*Dark skin. Dark skin doesn’t react as strongly to sunshine as does lighter colored skin, so it produces less vitamin D.
*Northern latitudes. Children who live in geographical locations where there is less sunshine are at higher risk of rickets.
*Premature birth. Babies born before their due dates are more likely to develop rickets.
*Anti-seizure medications. Certain types of anti-seizure medications appear to interfere with the body’s ability to use vitamin D.
*Exclusively breast-fed. Breast milk doesn’t contain enough vitamin D to prevent rickets. The American Academy of Pediatrics recommends vitamin D drops for breast-fed babies
If left untreated, rickets may lead to:
A physical exam reveals tenderness or pain in the bones, rather than in the joints or muscles.
The following tests may help diagnose rickets:
•Arterial blood gases
•Blood tests (serum calcium)
•Bone biopsy (rarely done)
•Serum alkaline phosphatase
Other tests and procedures include the following:
•ALP (alkaline phosphatase) isoenzyme
The goals of treatment are to relieve symptoms and correct the cause of the condition. The cause must be treated to prevent the disease from returning.
Replacing calcium, phosphorus, or vitamin D that is lacking will eliminate most symptoms of rickets. Dietary sources of vitamin D include fish, liver, and processed milk. Exposure to moderate amounts of sunlight is encouraged. If rickets is caused by a metabolic problem, a prescription for vitamin D supplements may be needed.
Positioning or bracing may be used to reduce or prevent deformities. Some skeletal deformities may require corrective surgery.
The disorder may be corrected by replacing vitamin D and minerals. Laboratory values and x-rays usually improve after about 1 week, although some cases may require large doses of minerals and vitamin D.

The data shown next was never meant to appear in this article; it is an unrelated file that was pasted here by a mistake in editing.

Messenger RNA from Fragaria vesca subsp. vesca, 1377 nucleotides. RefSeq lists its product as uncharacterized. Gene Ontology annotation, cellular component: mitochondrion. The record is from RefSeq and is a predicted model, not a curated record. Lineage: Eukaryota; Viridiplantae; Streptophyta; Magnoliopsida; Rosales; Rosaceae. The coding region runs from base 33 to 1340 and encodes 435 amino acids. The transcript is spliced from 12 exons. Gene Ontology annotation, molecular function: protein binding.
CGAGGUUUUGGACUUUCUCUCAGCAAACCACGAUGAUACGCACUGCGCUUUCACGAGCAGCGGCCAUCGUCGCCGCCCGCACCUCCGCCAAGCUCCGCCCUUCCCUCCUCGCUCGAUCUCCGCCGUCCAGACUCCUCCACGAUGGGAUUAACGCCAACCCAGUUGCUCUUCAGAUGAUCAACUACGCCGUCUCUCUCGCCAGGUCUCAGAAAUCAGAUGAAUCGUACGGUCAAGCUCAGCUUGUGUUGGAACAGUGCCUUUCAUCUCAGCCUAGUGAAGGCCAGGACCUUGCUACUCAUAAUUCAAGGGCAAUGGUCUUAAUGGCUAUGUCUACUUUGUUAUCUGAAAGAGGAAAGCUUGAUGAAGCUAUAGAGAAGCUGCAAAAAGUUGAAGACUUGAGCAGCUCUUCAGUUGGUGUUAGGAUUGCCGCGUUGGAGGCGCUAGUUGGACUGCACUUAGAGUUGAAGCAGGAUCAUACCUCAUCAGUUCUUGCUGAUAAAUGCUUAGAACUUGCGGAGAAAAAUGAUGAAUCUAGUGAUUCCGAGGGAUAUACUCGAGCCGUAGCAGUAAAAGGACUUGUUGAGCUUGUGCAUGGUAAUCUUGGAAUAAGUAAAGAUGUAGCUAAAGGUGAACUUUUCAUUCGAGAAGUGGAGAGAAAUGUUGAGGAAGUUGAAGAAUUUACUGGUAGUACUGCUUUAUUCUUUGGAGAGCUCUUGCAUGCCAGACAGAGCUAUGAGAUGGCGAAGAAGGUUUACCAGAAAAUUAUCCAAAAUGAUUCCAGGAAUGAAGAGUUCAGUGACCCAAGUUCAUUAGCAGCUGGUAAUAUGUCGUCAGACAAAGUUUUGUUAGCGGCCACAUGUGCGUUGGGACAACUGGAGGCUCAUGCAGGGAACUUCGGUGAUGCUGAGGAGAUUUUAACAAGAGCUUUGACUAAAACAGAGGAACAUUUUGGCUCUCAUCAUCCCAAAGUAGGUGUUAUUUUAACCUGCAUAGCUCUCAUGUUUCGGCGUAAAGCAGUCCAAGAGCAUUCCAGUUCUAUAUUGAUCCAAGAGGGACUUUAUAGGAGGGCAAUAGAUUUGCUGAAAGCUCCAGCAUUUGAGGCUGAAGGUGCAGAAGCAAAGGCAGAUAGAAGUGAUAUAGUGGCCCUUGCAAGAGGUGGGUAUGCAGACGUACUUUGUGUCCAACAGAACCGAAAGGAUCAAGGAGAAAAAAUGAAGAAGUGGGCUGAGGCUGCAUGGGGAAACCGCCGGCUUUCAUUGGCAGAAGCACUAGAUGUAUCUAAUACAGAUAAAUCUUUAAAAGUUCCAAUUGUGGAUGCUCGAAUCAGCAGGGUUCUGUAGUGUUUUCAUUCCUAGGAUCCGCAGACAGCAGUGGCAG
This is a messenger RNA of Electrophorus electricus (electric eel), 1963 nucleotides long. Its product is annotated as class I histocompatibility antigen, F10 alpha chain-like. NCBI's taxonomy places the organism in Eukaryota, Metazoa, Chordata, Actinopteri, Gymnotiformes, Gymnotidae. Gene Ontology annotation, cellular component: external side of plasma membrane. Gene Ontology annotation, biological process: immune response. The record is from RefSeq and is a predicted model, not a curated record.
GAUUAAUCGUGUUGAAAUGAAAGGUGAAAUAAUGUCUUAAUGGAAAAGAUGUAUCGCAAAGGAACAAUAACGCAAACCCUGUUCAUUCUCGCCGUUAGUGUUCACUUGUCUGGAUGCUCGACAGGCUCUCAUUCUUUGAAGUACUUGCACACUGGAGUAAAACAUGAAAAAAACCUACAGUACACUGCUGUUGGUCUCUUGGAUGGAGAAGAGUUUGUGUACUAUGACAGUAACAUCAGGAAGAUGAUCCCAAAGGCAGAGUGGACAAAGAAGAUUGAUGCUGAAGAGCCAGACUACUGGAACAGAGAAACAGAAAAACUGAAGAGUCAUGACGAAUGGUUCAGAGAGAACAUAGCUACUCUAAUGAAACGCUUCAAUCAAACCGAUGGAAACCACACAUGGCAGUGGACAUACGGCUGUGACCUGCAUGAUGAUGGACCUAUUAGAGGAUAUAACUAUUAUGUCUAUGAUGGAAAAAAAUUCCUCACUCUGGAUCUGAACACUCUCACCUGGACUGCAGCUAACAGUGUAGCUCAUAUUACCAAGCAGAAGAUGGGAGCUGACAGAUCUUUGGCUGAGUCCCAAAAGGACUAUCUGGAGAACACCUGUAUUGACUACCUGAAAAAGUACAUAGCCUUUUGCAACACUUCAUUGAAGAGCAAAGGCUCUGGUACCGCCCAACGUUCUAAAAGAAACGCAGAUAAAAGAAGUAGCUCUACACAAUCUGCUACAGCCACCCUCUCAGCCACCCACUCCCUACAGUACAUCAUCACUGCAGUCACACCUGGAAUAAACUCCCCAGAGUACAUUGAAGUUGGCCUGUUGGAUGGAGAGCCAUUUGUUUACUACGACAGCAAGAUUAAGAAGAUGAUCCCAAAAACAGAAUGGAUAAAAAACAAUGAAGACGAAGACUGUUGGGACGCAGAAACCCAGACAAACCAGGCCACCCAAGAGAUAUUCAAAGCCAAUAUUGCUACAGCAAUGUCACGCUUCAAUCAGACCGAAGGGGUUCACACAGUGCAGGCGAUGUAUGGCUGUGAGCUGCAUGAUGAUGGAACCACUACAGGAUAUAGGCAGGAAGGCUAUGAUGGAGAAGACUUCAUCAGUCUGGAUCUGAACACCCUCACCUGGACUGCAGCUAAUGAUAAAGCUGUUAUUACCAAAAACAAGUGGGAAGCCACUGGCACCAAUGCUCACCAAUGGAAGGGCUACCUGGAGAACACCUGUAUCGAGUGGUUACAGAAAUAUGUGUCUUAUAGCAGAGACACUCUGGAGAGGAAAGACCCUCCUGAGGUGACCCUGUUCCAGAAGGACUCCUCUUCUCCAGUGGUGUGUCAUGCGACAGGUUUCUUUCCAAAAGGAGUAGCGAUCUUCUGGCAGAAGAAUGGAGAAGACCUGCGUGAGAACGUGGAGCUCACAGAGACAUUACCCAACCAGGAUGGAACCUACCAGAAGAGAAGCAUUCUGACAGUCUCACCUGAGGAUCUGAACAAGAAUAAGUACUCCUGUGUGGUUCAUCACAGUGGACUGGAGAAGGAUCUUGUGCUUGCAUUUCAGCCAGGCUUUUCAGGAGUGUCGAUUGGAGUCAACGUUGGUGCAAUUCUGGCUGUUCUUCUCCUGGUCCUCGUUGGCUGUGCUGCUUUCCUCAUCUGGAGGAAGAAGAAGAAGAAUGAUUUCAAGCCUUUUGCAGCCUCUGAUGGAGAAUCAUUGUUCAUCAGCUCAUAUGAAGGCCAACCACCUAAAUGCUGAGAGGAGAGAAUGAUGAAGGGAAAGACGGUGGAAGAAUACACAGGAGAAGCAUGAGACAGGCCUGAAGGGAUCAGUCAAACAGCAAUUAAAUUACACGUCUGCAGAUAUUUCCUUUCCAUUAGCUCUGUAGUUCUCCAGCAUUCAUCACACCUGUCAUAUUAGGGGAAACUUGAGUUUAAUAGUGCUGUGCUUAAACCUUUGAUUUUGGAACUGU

If rickets is not corrected while the child is still growing, skeletal deformities and short stature may be permanent. If it is corrected while the child is young, skeletal deformities often improve or disappear with time.
Most adolescents and adults receive much of their necessary vitamin D from exposure to sunlight. Infants and young children, however, need to avoid direct sun entirely or be especially careful by always wearing sunscreen.
Make sure your child is consuming foods that contain vitamin D naturally — fatty fish, fish oil and egg yolks — or that have been fortified with vitamin D, such as:
Because human milk contains only a small amount of vitamin D, the American Academy of Pediatrics recommends that all breast-fed infants receive 400 international units (IU) of oral vitamin D daily beginning the first few days of life.
Disclaimer: This information is not meant to be a substitute for professional medical advise or help. It is always best to consult with a Physician about serious health concerns. This information is in no way intended to diagnose or prescribe remedies.This is purely for educational purpose.
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- Three Disabling Diseases You Can Cure Without Medicine. by Dr. Cynthia Koelker (survivalblog.com)
- Simply More Sunshine. Vitamin D Supplements (healthmad.com)
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- Vitamin D Deficiency Symptoms In Adults (mademan.com)
- 4 Essential Nutrients Missing From Your Child’s Diet (webmd.com)
- Vitamin D Supplements Can Help To Prevent Type 1 Diabetes’ by 30% (education.com)
- Sunlight and Vitamin D for your Overall Health (ostomyhelp.wordpress.com)